Answering the question: What is to be done?

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The question ʻWhat is to be done?ʼ, Adorno remarked, frequently ʻsabotages the logical progress of knowledge that alone allows for changeʼ . However, despite being always-already-inscribed within the imperatives of instrumental rationality, it is, he acknowledged, nonetheless ʻunavoidableʼ.1 This is especially so for the Left, and for a radical philosophy that is obliged to consider what ʻanti-capitalismʼ might mean today, beyond its rhetorical functioning as placeholder for a desired solidarity of opposition to the current state of things.

Of course, if this question continues to haunt the Left it is because of the canonical status assured it by Lenin. Published just two years into the last century (its recent centenary deafeningly silent), What is to be Done? was the essential communist handbook of organizational tasks for the first part of the twentieth century at least. The relation of its conception of the party to Marxʼs remains contentious, as does the degree of its debt to Blanquist–Jacobin ideas of revolutionary conspiracy. But it is certain that little could be less compelling or fashionable today – Slavoj Žižekʼs liberal-baiting bid for an ambiguous revival of ʻLenin contra Leninismʼ notwithstanding. Indeed, in the intellectual milieu of the Leftʼs own global ʻtheoryworldʼ,2 there is near universal agreement that any idea of the party as the privileged organizational form of militant activism has long since outlived its moment.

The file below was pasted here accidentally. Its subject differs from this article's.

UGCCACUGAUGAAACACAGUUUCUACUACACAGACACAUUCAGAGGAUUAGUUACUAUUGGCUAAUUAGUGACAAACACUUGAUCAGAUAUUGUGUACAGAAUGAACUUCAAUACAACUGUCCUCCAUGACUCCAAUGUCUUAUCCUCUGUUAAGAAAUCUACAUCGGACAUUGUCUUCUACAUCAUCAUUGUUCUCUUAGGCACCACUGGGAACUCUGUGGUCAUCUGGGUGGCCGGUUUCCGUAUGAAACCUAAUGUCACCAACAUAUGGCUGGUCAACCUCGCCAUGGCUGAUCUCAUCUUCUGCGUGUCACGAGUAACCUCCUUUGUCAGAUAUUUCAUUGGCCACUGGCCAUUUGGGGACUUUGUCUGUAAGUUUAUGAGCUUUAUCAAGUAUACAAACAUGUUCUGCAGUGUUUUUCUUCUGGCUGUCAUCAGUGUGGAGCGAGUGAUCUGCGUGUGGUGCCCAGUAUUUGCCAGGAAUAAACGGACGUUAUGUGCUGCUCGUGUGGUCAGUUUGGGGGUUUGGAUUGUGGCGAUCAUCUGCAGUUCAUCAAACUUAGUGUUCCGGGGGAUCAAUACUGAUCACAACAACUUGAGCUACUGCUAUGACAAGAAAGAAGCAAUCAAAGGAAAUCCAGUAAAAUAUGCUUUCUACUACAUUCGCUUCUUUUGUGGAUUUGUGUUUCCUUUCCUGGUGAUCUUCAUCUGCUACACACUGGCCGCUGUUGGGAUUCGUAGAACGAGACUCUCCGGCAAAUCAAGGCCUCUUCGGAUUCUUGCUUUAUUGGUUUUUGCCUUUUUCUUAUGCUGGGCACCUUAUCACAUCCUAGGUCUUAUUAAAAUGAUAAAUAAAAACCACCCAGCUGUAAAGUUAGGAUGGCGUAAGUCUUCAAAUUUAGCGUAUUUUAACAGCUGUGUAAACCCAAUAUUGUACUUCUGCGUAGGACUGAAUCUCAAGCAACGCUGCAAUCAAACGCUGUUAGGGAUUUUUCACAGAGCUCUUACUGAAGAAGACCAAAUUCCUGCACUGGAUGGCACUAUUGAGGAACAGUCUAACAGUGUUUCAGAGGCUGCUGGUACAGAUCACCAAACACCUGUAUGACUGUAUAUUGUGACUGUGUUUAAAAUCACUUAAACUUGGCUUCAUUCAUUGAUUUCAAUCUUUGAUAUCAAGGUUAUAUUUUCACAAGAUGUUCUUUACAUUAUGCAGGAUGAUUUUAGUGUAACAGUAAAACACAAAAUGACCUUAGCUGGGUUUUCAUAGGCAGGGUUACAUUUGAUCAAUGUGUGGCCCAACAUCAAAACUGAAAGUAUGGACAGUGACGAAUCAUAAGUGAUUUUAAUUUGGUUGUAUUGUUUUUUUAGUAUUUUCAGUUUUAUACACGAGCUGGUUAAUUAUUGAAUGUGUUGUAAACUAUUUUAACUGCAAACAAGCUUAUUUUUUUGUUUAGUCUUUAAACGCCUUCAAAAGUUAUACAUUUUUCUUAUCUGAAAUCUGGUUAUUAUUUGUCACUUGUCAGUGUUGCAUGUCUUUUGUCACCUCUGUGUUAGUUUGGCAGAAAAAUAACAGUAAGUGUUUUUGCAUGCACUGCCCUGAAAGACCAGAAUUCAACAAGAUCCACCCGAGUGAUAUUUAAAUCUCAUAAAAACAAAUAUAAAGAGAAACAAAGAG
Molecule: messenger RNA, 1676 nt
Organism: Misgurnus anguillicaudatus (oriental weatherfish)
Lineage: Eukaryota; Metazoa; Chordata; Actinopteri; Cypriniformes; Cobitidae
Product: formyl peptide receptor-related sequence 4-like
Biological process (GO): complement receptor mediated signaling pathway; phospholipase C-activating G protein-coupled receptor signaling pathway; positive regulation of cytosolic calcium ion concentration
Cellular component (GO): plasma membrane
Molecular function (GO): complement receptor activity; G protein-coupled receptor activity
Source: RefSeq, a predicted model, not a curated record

Unavoidable as it may well be, then, the very question ʻWhat is to be done?ʼ can seem somewhat quaint under present circumstances. It implies a sense of collective political power and purpose that few can currently muster. Which begs the question of what it means that it should be asked again today, not in the troubled context of ʻthe socialist projectʼ – as even Adorno might still have understood the promise embodied in that phrase – but in that of an art event, itself conceived under the sign of a certain ʻradicalityʼ? What does this mean for politics and for art, and for the current relationship between them? In what sense might it be ʻin art and its mediationʼ that we would find ʻembeddedʼ a ʻglobal complex of cultural translationʼ, which, so Roger Buergel claims, ʻsets the stage for a potentially all-inclusive public debateʼ? And what does this suggest about the role played by cultural forms within current reconfigurations of political identities, desires, and conditions of possibility in an emergent global capitalist modernity?

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